Death of the Martini? Part 2 - The Dirty Little Secret

Some things in life are best the first time.

In March of 1997, I was in San Francisco visiting a restaurant/bar that some friends had been raving about named “Bruno's”, a monument to the classic live crooner venue.

My companion and I ordered Martinis, Bombay Sapphire to be exact; a simple and clear request with (seemingly) little that could be misinterpreted. It is precisely because of this implied simplicity that a follow-up question from the female bartender was so puzzling.

“Would you like those dirty?”

She was not unattractive, mind you, and I must admit my mind wandered a bit with the potential for this inquiry. Given the scenario, I had to conclude that I'd misunderstood her. The puzzled look on our faces lead her to prompt, “Ah, you've never had a dirty Martini, have you...” We shook our heads.

“I think you'll like this,” she responded.

For those of you that claim to be fans of “Dirty Martinis”, let me assure you that what comes next is probably not what you're expecting. She placed two olives and a bit of ice in a pint glass, and beat the hell out of them with a muddler. She then added the gin, a splash of vermouth, shook it, and strained it into two glasses. Sure enough, they looked like dirty dishwater.

I sat in awe. Only once in my later Martini-sipping history would I be so enthralled with such a concept.* The flavor of olives were no longer peripheral to the Martini, they were an integral part of it. I was hooked. This was, as far as I knew, the de facto standard method of making a “dirty Martini”.
She was releasing olive oil and juice into the Martini. Brilliant.

Now comes the bad news. I have since discovered exceedingly few bartenders who understand this approach. In fact, I can only recall two; one was at Bruno’s, the other was a bartender at the hotel Sagamore in Miami Beach. That leaves about 2,600 miles in between of bartenders doing something different. In fact, they do what I consider unthinkable; put olive brine in the Martini.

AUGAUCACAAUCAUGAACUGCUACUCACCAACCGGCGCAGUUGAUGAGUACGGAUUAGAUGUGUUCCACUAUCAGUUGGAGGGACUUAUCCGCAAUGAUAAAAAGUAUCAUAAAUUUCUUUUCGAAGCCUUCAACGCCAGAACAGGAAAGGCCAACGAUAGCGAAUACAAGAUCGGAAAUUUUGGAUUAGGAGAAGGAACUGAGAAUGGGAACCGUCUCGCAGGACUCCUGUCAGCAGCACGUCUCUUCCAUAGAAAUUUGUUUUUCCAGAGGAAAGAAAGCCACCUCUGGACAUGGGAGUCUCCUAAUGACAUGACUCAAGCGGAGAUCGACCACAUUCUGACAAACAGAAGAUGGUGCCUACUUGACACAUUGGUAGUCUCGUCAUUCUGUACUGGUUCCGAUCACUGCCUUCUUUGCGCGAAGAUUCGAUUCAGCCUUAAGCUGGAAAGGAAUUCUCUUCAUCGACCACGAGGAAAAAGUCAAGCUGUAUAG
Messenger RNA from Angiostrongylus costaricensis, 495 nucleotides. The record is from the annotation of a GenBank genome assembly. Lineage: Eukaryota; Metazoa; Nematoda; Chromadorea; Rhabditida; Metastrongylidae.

I can't believe it's fallen to me to explain this, but brining liquid isn't meant to be ingested. If you brine your turkey for Thanksgiving, you don't then pour the liquid into a punchbowl for all to enjoy nor are you likely to, at your grandmother's funeral, all do a shot of the embalming fluid that preserves her through the send-off.

A young woman I sat next to once quipped, “Oh, I love them made with olive juice”. I had to explain to her that the "juice" didn't come out of the olive. Quite the opposite. (We'll do away with the osmosis exchange that takes place in brining for this blog entry.)

“You like them that way? Okay then, let's do a shot of ‘olive juice’ you love so much”, I challenged.

Eewww, I wouldn't drink it by itself”, she clarified.

“If you won't drink it by itself, why in the world are you drinking it mixed with vodka?”

She glanced back at her Martini and, as far as I know, is still pondering the answer to that question. In fact, I have yet to meet anyone who can answer it.

* At Veritas in New York city, I requested a Martini, but was in the mood for a more exotic garnish. Exceedingly rare, but brilliantly appropriate, is a caper berry (the fruit from the same plant that gives us pickled budding flower we call capers.) But I also kinda wanted olives.

Tim, the maître 'd, posed another brilliant idea - “How about olives stuffed with capers?”

My jaw hit the bar. I didn't know if it would work, or if it was even possible, but my stunned silence at the idea told him all he needed to know.

Minutes later, he was standing behind the bar, in a suit and tie, hand-stuffing capers into olives for me. It was a very good day.


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